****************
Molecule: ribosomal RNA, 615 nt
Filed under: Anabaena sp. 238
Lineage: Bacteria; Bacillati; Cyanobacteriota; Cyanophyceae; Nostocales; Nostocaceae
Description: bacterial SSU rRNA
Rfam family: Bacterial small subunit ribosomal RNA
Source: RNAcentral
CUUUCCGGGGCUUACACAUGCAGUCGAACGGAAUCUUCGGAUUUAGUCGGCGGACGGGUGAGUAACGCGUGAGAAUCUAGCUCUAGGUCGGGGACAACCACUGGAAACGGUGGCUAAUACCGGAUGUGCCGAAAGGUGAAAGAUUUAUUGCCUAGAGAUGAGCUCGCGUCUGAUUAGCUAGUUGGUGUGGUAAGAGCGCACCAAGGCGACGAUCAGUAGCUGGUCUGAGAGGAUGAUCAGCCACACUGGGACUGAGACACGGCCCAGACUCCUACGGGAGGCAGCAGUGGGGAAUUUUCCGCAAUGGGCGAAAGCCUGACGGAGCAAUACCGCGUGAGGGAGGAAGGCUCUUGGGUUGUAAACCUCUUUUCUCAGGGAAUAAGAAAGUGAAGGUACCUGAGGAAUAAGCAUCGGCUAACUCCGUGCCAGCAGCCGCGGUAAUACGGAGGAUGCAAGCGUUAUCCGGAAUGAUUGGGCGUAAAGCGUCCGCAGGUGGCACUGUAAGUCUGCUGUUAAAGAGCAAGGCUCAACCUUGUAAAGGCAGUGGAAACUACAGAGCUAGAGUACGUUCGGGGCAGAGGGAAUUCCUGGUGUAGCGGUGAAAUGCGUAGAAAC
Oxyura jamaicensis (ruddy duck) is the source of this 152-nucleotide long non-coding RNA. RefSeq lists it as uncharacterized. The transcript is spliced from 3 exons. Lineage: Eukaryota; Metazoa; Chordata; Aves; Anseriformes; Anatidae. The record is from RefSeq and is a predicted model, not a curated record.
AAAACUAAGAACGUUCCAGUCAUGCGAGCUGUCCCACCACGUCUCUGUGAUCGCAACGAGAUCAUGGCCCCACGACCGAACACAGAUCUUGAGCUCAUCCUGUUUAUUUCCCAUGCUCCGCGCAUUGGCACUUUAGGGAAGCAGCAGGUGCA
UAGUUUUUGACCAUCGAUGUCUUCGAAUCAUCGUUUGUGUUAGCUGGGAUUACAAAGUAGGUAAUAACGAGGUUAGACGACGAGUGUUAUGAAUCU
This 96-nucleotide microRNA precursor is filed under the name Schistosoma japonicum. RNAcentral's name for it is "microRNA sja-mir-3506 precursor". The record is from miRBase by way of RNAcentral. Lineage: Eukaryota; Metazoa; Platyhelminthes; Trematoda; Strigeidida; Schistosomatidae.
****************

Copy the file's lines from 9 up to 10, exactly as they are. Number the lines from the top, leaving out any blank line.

AAAACUAAGAACGUUCCAGUCAUGCGAGCUGUCCCACCACGUCUCUGUGAUCGCAACGAGAUCAUGGCCCCACGACCGAACACAGAUCUUGAGCUCAUCCUGUUUAUUUCCCAUGCUCCGCGCAUUGGCACUUUAGGGAAGCAGCAGGUGCA
UAGUUUUUGACCAUCGAUGUCUUCGAAUCAUCGUUUGUGUUAGCUGGGAUUACAAAGUAGGUAAUAACGAGGUUAGACGACGAGUGUUAUGAAUCU